LASER BEAM COMBINING: Beam-combining improvements optimize laser-diode pump sources

Aug. 1, 2011
Groups of single-emitter laser diodes in a mutual package, combined with innovative beam-combining technologies, provide an interesting new lower-cost approach to direct-diode sources and high-power fiber-laser pumps.


High-power, high-brightness (emitting greater than 3 MW/cm2-sr) fiber-coupled diode pump modules are enabling components for fiber lasers and direct-diode systems, which are targeting industrial applications such as welding, cutting, and etching, as well as medical and graphic arts applications.1 Laser-diode pump sources based on spatially combined single emitters coupled into a common fiber-pigtail output are becoming increasingly attractive due to their higher brightness, efficiency, and small size compared to traditional laser-diode-bar-based systems. For fiber lasers, high-power/brightness diode pumps are advantageous in several ways that include reduced gain-fiber length, reduced number of fiber combiners, smaller footprint, simplified fiber management, elimination of an amplifier stage (in some designs), improved performance, and reduced overall system cost.

Pump platforms based on ensembles of single emitters offer advantages over those derived from monolithic diode arrays due to their high power-conversion efficiency (PCE) and proven diode reliability. Compared to laser bars, advantages of discrete diodes include negligible thermal crosstalk between neighboring emitters and protection against cascading failed emitters. A “green” trend for increasing thermal efficiency is to operate diodes at higher case temperatures, which is more easily realized with distributed architectures due to heat spreading. Finally, the high PCE afforded by distributed architectures also provides for a lower junction temperature, which improves diode reliability.

Beam-combining techniques

While many commercially available fiber lasers continue to deploy single-emitter pumps, advances in single-emitter beam-combination methods have raised the state-of-the-art performance level to 100 W output power from a 105-µm-core fiber. These methods include wavelength, polarization, and spatial beam multiplexing (with the last being most common) or a mixture of these. In spatial beam multiplexing, diodes are stacked into a “staircase” formation so that the output emission can be spatially multiplexed. Each diode typically has a corresponding fast-axis collimating (FAC) and slow-axis collimating (SAC) lens to collimate—and a mirror to point—the emission beam. Collimated output from all emitters is then focused onto the output fiber, which has a matching numerical aperture (NA).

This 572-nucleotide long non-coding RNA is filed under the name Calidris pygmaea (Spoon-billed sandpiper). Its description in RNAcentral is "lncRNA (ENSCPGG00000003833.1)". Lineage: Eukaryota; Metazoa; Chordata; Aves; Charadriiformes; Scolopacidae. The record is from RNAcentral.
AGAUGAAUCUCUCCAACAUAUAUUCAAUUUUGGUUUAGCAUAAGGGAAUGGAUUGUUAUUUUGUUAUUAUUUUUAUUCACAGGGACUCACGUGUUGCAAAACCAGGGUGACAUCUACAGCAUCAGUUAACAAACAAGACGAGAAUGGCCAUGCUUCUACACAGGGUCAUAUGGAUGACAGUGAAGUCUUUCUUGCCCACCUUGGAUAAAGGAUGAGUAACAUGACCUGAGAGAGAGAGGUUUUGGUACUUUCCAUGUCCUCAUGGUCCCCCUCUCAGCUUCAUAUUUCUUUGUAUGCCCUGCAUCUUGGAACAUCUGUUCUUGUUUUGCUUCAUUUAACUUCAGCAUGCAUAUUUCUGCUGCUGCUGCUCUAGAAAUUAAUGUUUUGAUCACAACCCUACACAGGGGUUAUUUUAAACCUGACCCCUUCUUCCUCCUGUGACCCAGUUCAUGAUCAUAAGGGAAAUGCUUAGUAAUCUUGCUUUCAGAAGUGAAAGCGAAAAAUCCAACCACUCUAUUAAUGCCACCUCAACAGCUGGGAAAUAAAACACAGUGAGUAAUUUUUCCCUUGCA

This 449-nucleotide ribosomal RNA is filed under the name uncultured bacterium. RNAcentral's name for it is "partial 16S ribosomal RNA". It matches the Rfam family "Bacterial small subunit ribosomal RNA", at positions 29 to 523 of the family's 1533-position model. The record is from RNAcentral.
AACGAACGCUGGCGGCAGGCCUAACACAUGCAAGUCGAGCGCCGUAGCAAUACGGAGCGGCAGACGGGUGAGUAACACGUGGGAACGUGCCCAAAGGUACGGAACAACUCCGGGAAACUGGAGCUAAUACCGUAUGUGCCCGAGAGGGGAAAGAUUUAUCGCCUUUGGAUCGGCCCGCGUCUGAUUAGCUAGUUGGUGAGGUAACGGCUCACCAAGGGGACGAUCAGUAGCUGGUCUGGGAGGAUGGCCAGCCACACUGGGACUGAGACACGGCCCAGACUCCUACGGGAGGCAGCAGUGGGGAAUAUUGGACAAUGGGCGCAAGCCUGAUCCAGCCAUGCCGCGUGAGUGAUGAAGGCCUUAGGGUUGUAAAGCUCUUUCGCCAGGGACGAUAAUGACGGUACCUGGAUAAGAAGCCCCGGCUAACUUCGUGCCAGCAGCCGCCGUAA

Laser diodes and their associated beam-combining optics have been reported in various configurations that optimize cost per output power (usually stated in dollars per watt), PCE, or footprint, based on optimizing around a specified output power level and brightness while maintaining high reliability.

The total fiber-coupled output power is given by the number of diodes inside the package (N) multiplied by the power per emitter (P) and the coupling efficiency (CE). The total aperture height (h) of the “staircase” inside the package is simply h = N * t, where t is the step height. The fiber NA is defined by application, so the coupling-lens focal length fcl = (h/2)/NA. The fast-axis magnification (My) is chosen to be ≤40 to avoid overfilling the core while remaining below the fiber NA. In the horizontal (slow) axis, the emitter aperture and far-field divergence approximately match the fiber core diameter (105 µm) and NA (0.15), so the slow-axis magnification (Mx) is near unity. Focal lengths of the FAC and SAC lenses are ffacand fsac, respectively. The key formulae are approximated simply as

fcl = (h/2)/NA, where h = N * t (1)
My = fcl/ffac≤40 and Mx = fcl/fsac~1 (2)